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Acute sinusitis (sinus infection)

The sinuses are small, air-filled cavities located behind the forehead, sides of the nose and cheekbones. Acute sinusitis is inflammation of the lining of one or more or these sinuses – usually caused by an infection.

Fluid within the sinuses usually drains out and down into the nose. But when the lining of the sinuses is inflamed, it swells and can obstruct this drainage channel. Fluid builds up in the sinuses which can cause pain, pressure and nasal congestion.

Most cases of sinusitis are caused by a virus (like what would cause a cold or flu), although occasionally, a bacteria can be to blame.

Sinusitis commonly occurs after a cold. Other typical triggers include:

  • Allergies, particularly if these tend to cause nasal congestion, runny nose or stuffiness
  • Structural problems in the nose (like a narrowing around the sinuses, or an obstruction in the nose like a nasal polyp)
  • Smoking
  • Pain, pressure and/or tenderness in the area where the sinuses are located (across the lower forehead, to the sides of the nose, around the eyes and across the cheeks)
  • Blocked/congested nose
  • Discharge/mucus from the nose
  • Temperature
  • Headache
  • Loss or reduction in sense of smell
  • Pain in the upper teeth
  • Bad breath

Symptoms of sinusitis usually resolve on their own within 2-3 weeks.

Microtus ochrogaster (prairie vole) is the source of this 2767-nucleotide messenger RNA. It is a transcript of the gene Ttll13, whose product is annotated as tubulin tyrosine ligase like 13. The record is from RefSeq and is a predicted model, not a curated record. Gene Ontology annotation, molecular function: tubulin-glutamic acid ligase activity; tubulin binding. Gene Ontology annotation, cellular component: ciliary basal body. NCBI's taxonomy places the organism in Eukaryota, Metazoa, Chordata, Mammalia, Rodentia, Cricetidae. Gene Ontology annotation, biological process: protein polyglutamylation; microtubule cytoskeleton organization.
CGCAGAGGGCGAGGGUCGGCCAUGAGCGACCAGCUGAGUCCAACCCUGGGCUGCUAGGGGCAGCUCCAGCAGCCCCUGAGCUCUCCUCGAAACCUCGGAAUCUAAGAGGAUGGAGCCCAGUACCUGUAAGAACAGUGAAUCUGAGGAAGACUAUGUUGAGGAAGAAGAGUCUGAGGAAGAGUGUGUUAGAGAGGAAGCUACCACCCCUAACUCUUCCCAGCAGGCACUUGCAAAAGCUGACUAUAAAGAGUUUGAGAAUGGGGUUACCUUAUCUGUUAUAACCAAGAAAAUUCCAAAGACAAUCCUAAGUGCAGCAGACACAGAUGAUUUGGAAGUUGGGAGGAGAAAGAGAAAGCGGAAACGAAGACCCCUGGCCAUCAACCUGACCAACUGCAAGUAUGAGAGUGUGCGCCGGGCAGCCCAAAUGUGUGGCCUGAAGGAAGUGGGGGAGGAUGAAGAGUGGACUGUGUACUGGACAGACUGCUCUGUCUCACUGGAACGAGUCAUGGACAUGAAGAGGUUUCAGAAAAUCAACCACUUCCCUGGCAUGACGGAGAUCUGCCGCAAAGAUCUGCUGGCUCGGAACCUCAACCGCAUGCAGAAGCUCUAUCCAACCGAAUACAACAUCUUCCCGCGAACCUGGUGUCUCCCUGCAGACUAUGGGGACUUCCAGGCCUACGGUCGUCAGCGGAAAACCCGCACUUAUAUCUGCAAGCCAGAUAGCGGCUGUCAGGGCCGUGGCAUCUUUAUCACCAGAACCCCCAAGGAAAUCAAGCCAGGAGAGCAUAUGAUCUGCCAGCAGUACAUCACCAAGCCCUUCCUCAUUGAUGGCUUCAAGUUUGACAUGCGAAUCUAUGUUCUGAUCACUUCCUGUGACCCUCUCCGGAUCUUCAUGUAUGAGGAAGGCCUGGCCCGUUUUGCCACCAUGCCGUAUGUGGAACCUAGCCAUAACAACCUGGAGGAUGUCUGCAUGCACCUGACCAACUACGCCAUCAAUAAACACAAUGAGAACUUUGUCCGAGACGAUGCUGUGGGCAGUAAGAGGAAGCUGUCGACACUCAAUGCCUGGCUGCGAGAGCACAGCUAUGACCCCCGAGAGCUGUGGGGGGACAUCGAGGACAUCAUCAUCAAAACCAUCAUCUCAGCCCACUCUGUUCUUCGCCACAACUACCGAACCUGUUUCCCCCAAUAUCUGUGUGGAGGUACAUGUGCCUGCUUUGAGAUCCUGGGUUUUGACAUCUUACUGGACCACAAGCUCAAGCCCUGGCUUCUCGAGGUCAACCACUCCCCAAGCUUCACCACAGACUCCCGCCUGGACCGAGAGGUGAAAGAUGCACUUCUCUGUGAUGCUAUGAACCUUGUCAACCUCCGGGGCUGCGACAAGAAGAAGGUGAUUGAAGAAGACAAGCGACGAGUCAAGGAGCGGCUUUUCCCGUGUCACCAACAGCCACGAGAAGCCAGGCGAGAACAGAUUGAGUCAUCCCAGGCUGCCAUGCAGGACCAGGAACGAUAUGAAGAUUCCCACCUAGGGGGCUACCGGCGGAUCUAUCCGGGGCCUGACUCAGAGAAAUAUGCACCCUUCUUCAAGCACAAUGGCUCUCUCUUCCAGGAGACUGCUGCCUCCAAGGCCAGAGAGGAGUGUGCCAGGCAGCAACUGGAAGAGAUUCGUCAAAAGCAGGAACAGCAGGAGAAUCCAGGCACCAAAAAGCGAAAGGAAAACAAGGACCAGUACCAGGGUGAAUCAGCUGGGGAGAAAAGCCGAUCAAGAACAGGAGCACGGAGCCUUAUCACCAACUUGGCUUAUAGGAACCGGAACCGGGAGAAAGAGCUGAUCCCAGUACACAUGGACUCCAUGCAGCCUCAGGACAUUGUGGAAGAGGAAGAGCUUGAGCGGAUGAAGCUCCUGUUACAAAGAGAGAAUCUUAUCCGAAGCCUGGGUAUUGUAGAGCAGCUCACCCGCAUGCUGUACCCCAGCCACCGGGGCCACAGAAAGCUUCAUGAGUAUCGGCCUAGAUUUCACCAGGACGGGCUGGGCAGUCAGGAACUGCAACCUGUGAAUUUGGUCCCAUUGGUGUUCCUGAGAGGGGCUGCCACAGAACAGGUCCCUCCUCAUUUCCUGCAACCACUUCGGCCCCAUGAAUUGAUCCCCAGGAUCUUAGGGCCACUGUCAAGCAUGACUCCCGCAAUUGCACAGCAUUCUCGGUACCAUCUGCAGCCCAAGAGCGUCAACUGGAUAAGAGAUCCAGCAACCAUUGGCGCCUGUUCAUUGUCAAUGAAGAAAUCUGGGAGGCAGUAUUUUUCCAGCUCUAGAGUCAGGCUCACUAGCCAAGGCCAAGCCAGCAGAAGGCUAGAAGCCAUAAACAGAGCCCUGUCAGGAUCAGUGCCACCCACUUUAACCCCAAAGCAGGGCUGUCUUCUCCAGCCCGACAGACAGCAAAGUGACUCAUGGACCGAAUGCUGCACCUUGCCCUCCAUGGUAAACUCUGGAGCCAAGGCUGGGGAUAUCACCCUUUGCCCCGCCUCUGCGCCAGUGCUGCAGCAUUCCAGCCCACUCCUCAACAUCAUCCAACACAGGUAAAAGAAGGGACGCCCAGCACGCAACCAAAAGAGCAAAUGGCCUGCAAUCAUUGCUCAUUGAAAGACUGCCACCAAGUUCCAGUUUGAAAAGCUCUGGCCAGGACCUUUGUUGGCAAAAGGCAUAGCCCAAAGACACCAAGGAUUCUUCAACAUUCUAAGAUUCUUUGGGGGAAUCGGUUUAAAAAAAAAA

Most cases of sinusitis are viral, and will resolve on their own with time and self-care. They usually should not require antibiotics.

To help relieve symptoms, try these sinusitis treatments:

  • Get plenty of rest and drinking plenty of fluids
  • Take regular paracetamol or ibuprofen medication to reduce pain and/or temperature
  • Inhale steam through your nose. Do this by having a hot, steamy shower, or by placing your head over a bowl of boiled water with a towel over the bowel and your head to inhale the steam
  • Use saline nasal washes. This is a salt water solution you can buy from a pharmacy
  • Use a nasal decongestant spray or drops. These can be bought from a pharmacy. They’re very effective at reducing nasal congestion, but should not be used for longer than 7 days. Regular use for longer than a week can cause increased problems with congestion
  • Use an over the counter antihistamine. This is useful if you’ve identified an allergic trigger to your sinusitis
  • Use a nasal steroid spray. This can be bought from a pharmacy, and it reduces inflammation and swelling in the lining of the nose and sinuses

If your symptoms are not settling, a GP can prescribe a stronger form of a nasal steroid spray. Some people need to use these for several months to get complete control of their symptoms.

In rare cases, an antibiotic may be needed. This might be if your GP suspects a bacterial infection, you have very severe symptoms, or are at risk of complications or severe infection (for example, if you have a weakened immune system).

Occasionally, sinusitis symptoms do not clear completely and last for many weeks or even months. In these cases, it becomes known as chronic sinusitis. Patients with chronic sinusitis may be referred to an ear, nose and throat specialist (ENT) for assessment – if they’ve been treated consistently for several months with steroid nasal sprays and are not showing improvement. In rare cases, surgery may be needed.

  • If your symptoms are causing you severe pain, or medications like paracetamol or ibuprofen are not helping
  • If you’ve severe symptoms like an uncontrollable high temperature, bleeding from the nose, or feel sick and unwell in yourself
  • If your symptoms have not started to improve after 7 days
  • If you are getting recurrent episodes of sinusitis
Last updated:
10 Nov 2020
Reviewed by:
Dr Rhianna McClymont, Lead GP at Liv